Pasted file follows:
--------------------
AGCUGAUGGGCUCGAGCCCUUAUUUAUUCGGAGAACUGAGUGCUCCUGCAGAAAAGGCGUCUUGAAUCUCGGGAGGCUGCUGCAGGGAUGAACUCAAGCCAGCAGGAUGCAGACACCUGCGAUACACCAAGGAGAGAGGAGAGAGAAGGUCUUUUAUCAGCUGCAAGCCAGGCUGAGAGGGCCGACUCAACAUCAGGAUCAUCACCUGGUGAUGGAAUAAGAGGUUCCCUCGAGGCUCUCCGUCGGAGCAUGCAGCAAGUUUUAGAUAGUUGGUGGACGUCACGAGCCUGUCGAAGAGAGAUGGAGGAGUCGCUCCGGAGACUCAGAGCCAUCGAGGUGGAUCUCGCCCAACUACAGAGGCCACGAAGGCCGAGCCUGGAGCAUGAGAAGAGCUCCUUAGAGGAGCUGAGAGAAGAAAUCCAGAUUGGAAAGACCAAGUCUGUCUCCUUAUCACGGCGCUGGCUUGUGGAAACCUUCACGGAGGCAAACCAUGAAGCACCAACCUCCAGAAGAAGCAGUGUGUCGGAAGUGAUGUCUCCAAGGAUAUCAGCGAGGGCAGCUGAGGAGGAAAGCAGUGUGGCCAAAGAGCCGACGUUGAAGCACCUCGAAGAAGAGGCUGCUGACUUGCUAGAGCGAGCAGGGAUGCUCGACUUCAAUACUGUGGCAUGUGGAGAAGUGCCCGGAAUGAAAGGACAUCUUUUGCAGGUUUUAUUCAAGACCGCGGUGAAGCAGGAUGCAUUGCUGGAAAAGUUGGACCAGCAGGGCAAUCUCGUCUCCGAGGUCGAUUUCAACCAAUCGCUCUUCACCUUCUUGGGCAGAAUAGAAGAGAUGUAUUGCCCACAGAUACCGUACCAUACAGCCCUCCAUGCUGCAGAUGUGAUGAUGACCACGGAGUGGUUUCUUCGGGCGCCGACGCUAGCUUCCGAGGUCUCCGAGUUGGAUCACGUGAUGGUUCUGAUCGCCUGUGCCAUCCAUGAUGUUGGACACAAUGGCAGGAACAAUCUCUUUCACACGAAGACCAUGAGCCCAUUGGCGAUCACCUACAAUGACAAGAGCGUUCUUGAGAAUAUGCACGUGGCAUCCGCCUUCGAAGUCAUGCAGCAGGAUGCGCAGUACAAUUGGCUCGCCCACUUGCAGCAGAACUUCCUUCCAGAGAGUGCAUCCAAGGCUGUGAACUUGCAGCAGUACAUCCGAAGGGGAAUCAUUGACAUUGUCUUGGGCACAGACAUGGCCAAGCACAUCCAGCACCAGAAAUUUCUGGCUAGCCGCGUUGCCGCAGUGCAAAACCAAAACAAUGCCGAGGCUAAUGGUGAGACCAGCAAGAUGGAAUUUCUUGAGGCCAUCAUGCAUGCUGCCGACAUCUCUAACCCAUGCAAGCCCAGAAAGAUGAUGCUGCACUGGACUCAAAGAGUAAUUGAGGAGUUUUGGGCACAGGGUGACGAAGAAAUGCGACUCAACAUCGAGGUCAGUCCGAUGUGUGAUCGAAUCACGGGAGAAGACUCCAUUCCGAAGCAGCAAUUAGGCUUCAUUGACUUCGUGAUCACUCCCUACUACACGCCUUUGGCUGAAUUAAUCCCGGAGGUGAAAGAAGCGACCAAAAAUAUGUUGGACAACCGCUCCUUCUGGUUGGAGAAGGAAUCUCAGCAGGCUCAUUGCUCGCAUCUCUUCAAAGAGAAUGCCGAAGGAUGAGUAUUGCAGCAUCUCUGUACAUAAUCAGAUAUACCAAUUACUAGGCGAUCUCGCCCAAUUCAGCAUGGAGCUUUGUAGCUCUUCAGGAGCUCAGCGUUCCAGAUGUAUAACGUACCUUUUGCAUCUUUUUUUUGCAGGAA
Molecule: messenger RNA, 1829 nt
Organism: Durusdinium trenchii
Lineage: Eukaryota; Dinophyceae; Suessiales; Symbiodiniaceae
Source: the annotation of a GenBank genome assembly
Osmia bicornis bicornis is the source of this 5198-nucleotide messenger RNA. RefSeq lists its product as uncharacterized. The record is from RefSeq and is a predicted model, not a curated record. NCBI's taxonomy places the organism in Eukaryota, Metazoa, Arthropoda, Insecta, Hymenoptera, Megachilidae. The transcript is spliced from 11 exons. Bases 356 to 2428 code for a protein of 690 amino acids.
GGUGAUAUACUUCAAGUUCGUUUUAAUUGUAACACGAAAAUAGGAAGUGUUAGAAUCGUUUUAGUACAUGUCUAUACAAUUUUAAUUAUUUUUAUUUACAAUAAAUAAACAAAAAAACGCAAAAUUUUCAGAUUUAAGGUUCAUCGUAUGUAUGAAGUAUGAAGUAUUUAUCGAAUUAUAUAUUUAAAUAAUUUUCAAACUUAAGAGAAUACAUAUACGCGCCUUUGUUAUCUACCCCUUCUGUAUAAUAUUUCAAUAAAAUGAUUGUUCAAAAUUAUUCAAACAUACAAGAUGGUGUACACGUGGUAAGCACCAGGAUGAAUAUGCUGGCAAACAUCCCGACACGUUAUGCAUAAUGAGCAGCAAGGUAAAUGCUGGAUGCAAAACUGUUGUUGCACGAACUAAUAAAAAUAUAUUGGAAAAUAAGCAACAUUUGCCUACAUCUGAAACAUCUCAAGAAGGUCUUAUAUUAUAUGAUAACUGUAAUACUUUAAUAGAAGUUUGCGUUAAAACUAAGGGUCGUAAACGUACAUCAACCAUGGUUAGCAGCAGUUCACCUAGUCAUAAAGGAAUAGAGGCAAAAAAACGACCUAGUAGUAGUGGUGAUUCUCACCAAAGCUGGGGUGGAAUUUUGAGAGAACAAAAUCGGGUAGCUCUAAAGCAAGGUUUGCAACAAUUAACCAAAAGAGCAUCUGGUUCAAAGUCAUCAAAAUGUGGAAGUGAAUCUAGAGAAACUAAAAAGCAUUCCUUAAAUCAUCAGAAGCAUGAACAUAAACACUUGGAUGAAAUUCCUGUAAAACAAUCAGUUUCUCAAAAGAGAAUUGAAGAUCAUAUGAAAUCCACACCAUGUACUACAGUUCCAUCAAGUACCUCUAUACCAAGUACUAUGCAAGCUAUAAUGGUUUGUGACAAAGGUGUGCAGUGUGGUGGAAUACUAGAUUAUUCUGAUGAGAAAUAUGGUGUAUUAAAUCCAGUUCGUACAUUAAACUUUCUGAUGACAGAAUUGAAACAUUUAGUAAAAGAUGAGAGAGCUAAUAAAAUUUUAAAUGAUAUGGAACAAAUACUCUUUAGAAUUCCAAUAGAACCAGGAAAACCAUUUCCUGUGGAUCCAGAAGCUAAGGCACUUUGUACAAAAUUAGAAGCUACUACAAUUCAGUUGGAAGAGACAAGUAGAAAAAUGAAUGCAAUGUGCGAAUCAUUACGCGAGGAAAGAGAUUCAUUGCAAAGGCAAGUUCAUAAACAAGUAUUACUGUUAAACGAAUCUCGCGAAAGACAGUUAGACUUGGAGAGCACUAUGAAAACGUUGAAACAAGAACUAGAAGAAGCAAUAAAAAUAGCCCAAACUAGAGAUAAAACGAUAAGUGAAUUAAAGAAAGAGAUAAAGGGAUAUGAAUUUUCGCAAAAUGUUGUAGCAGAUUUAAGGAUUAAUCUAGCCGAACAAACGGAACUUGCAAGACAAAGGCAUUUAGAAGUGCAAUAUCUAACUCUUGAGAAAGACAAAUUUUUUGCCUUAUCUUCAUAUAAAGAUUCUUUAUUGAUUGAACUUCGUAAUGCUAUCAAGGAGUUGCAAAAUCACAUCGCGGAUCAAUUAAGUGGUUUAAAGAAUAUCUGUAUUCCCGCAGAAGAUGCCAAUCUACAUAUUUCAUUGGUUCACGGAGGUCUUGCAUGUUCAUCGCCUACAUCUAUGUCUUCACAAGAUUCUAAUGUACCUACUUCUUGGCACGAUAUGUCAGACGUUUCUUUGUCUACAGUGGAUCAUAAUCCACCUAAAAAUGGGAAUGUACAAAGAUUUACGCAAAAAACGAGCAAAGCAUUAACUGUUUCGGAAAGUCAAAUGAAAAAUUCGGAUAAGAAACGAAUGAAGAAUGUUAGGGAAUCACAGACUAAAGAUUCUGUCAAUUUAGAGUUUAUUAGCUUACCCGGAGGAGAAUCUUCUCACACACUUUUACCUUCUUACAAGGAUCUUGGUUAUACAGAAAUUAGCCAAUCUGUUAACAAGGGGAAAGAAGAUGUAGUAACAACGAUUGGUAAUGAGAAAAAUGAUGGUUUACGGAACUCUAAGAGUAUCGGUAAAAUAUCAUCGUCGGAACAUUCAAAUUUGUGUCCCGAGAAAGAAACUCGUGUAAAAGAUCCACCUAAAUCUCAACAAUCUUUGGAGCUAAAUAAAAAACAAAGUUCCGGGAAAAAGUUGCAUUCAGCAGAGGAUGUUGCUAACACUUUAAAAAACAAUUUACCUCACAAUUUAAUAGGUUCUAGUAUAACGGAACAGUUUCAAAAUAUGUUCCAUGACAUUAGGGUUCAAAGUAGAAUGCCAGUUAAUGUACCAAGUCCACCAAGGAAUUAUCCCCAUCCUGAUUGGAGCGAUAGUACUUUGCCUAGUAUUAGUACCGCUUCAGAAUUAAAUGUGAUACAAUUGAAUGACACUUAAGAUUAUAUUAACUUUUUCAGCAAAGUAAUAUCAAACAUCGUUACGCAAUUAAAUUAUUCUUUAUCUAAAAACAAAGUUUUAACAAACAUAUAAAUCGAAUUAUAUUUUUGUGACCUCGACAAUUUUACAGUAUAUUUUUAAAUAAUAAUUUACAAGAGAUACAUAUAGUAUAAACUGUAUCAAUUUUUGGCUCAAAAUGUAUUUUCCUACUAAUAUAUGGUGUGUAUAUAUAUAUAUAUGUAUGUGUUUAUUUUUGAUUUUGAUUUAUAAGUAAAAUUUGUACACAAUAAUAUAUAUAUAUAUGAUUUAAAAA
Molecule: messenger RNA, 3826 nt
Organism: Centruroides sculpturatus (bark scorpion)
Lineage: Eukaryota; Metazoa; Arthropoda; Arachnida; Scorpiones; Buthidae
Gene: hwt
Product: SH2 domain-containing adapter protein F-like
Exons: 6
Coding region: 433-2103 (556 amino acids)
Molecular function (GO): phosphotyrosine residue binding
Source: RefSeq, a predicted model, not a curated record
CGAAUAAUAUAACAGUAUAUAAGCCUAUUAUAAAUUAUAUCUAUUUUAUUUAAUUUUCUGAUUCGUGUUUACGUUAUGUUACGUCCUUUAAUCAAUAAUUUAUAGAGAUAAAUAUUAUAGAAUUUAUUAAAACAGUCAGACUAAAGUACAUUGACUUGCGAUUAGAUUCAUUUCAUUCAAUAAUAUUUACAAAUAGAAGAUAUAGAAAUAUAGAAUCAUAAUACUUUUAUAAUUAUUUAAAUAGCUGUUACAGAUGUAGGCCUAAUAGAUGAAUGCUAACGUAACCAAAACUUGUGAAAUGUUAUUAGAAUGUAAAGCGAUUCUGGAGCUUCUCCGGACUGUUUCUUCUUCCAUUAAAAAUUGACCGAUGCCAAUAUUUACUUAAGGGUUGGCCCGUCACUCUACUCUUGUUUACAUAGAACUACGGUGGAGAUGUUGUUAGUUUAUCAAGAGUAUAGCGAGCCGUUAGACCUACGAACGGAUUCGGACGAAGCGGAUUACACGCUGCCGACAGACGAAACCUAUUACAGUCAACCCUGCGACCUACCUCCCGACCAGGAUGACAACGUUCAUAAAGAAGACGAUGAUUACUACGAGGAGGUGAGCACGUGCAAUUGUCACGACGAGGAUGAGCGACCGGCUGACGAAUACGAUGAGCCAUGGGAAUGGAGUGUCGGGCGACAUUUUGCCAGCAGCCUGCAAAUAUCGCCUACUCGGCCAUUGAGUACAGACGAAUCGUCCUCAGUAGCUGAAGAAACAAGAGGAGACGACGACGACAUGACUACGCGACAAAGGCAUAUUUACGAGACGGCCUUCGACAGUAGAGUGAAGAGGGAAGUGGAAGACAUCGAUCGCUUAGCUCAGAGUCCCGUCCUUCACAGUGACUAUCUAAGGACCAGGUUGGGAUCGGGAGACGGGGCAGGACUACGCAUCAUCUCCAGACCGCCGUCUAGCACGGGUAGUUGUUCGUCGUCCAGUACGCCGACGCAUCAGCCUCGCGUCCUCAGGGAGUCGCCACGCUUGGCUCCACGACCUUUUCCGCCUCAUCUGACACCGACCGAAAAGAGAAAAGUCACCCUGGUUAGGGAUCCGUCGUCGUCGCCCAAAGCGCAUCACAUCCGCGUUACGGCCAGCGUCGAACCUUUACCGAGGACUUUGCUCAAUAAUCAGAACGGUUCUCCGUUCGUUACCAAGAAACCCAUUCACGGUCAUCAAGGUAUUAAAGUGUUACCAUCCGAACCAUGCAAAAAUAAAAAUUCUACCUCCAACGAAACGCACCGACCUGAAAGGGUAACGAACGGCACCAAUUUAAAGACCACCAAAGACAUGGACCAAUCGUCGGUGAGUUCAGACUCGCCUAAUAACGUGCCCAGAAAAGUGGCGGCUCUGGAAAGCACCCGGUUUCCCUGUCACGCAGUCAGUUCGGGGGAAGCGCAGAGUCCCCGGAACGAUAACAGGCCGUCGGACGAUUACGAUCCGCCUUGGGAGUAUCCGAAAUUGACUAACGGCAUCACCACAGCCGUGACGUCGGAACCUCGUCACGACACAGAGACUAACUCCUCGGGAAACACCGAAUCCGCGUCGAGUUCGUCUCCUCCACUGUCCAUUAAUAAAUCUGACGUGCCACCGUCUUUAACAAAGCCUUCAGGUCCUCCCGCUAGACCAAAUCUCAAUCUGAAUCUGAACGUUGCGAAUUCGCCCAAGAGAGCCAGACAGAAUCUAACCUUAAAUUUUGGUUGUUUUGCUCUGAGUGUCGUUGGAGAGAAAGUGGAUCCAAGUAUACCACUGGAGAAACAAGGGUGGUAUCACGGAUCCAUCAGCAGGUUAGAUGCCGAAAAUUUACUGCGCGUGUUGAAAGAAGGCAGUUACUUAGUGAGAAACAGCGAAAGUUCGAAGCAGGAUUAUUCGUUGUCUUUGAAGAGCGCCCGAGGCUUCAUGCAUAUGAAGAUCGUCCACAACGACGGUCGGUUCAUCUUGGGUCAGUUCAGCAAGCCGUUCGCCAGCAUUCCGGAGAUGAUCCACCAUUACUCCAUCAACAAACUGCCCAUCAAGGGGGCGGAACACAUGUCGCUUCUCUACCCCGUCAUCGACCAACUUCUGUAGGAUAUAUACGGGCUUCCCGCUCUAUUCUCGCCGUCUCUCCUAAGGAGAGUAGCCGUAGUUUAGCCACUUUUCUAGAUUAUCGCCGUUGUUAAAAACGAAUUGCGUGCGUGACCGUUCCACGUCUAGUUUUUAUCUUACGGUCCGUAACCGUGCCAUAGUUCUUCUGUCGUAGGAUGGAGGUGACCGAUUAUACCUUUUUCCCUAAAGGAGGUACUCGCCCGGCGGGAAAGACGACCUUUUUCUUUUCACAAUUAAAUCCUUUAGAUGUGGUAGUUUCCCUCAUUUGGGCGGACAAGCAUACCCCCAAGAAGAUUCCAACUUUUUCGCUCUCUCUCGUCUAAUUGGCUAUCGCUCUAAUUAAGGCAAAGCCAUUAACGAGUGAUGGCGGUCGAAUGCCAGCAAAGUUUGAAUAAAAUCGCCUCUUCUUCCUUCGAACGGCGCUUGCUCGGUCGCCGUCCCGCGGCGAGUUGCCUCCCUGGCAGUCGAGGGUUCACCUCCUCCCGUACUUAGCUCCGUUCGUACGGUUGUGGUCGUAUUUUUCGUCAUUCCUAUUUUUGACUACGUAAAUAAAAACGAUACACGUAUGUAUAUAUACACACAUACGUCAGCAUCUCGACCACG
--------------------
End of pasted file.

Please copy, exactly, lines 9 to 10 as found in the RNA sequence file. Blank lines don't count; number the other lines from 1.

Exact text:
Organism: Centruroides sculpturatus (bark scorpion)
Lineage: Eukaryota; Metazoa; Arthropoda; Arachnida; Scorpiones; Buthidae